- Business opposes new visa, security company ownership rules
- Environment not conducive to investment: Alexander Forbes CEO
As South Africa’s ruling African National Congress met to review the government’s performance and recommend policy changes, business leaders bemoaned a lack of regulatory certainty in Africa’s most industrialized economy.
Regulations routinely change without warning, and the lack of consistency and stability is hindering investment, Khanyisile Kweyama, chief executive officer of Business Unity South Africa, said in a panel discussion at an ANC policy forum near Johannesburg that ended Sunday.
“The role of the private sector is not being taken seriously enough or is being undermined,” she said. “We get put on the back foot, made to seem as if we are unpatriotic, as if we are not committed to the country. Is this relationship between the government and the private sector ever going to be a true partnership? We are not yet there.”
Recent regulatory measures opposed by business include changes to visa rules that have caused a slump in tourist numbers because they require visitors to apply in person at a center for travel documents. Laws enabling the state to expropriate property paying market-related compensation, take a free stake in all new energy ventures and force all security companies to be locally controlled are also under consideration.
Delegates at the ANC conference called for a review of all manufacturing incentives, state support for steel and agriculture, policy certainty for the oil and gas industry and the refurbishment of aging power stations.
While South Africa was judged the 49th most favorable place to do business out of 140 countries ranked in the Geneva-based World Economic Forum’s 2015-2016 Global Competitiveness Report, its government regulation was ranked the 117th most conducive to carrying out commerce.
“If we are to attract the kind of investment we need to get the growth and get the capital formation, we have to tackle the issues about the burden of government regulation, which is something that is pulling us back,” said Ralph Mupita, chief executive officer of insurer Old Mutual Plc’s emerging markets business.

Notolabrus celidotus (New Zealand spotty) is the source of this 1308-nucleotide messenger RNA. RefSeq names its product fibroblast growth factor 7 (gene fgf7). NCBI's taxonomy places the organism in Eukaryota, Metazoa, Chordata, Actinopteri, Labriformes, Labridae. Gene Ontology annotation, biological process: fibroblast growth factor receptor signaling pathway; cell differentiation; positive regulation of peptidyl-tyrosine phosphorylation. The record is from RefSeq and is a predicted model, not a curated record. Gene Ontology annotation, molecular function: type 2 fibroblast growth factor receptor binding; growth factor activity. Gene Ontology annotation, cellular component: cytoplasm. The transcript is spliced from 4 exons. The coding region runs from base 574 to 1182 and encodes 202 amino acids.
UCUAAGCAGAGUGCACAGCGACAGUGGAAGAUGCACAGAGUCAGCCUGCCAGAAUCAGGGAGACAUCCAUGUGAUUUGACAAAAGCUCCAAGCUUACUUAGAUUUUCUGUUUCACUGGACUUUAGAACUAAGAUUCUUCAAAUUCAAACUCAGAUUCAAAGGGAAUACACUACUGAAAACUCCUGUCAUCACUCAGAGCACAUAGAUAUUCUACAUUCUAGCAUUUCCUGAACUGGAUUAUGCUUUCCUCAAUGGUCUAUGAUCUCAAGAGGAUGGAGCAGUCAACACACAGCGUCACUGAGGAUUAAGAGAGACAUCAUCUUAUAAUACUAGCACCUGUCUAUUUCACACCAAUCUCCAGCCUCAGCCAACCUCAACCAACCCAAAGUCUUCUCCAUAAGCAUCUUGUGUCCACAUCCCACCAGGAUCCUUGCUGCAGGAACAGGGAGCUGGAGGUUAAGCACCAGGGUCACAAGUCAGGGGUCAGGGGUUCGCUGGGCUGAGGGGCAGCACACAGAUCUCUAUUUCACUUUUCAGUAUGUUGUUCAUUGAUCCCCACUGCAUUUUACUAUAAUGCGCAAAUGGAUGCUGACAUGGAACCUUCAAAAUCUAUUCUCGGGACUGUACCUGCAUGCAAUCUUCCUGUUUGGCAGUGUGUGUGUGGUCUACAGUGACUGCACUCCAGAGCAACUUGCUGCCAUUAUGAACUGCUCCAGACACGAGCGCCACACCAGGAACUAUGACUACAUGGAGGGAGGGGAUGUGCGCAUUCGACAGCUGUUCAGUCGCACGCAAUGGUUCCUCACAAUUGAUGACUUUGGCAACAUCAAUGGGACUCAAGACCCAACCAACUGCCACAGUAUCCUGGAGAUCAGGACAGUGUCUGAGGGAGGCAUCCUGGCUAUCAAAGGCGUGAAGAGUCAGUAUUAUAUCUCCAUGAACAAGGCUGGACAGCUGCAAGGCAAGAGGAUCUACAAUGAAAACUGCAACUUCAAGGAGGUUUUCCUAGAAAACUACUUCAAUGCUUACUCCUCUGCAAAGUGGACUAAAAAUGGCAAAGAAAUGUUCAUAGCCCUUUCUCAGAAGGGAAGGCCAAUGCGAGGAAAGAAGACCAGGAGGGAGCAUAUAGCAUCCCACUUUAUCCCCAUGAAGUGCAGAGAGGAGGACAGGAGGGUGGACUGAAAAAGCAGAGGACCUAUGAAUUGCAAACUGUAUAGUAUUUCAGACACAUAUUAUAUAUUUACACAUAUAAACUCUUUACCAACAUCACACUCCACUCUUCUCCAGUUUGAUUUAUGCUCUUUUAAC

Companies had a record 689.4 billion rand ($51.6 billion) on deposit in South African banks at the end of June, up from 671.5 billion rand in November, according to Stanlib Asset Management, the nation’s third-largest domestic mutual fund manager. Several senior ruling party officials have accused business leaders of withholding investment and undermining confidence in the economy.
“People who talk about an investment strike should just say why would someone who has money hides it under the mattress?” said Edward Kieswetter, chief executive officer of retirement-fund administrator Alexander Forbes Group Holdings Ltd. “Why would you keep it in a savings account that doesn’t give you a great return? Essentially what there is, is an environment that is not conducive to investment.”
Besides a lack of policy uncertainty, investment is also being deterred by energy shortages, strikes and a slowdown in demand from Europe and China. The economy contracted an annualized 1.3 percent in the second quarter, while the rand has slumped 13 percent against the dollar this year.
President Jacob Zuma, who has led the ANC since December 2007 and the country since May 2009, said the government was committed to working with business in a challenging global economic environment.
“More than anything you need to support the ruling party, because it has very good policies,” Zuma, 73, told a fundraising dinner on the eve of the ANC conference on Oct. 8.
The government is reviewing the tourist visa rules, while Zuma is considering whether to approve the laws regulating ownership of the oil industry. Parliament is processing the land expropriation and energy industry legislation.
The Zuma administration’s economic blueprint is the National Development Plan, which aims at bolstering the economic growth rate to more than 5 percent by 2019 and halving a 25 percent unemployment rate. Drawn up by a panel headed by former Finance Minister Trevor Manuel, it calls for a reduction of red tape and a review of labor laws to make it easier for companies to hire and fire workers.
“We are not happy” with the progress made in implementing the National Development Plan, Enoch Godongwana, head of the ANC’s economic transformation committee, told reporters at the conference on Sunday. “The environment has not been favorable. A key thing that is needed is a centralized economic management and policy formulation body.”
There’s a “big gap” between the intent of the NDP and actual legislation, said Simon Freemantle, an economist at Standard Bank Group Ltd., Africa’s largest lender.
“There are quite simply too many departments in cabinet that have the capacity and ability to define economic policy,” he said. “They need to be aligned to some kind of common purpose.”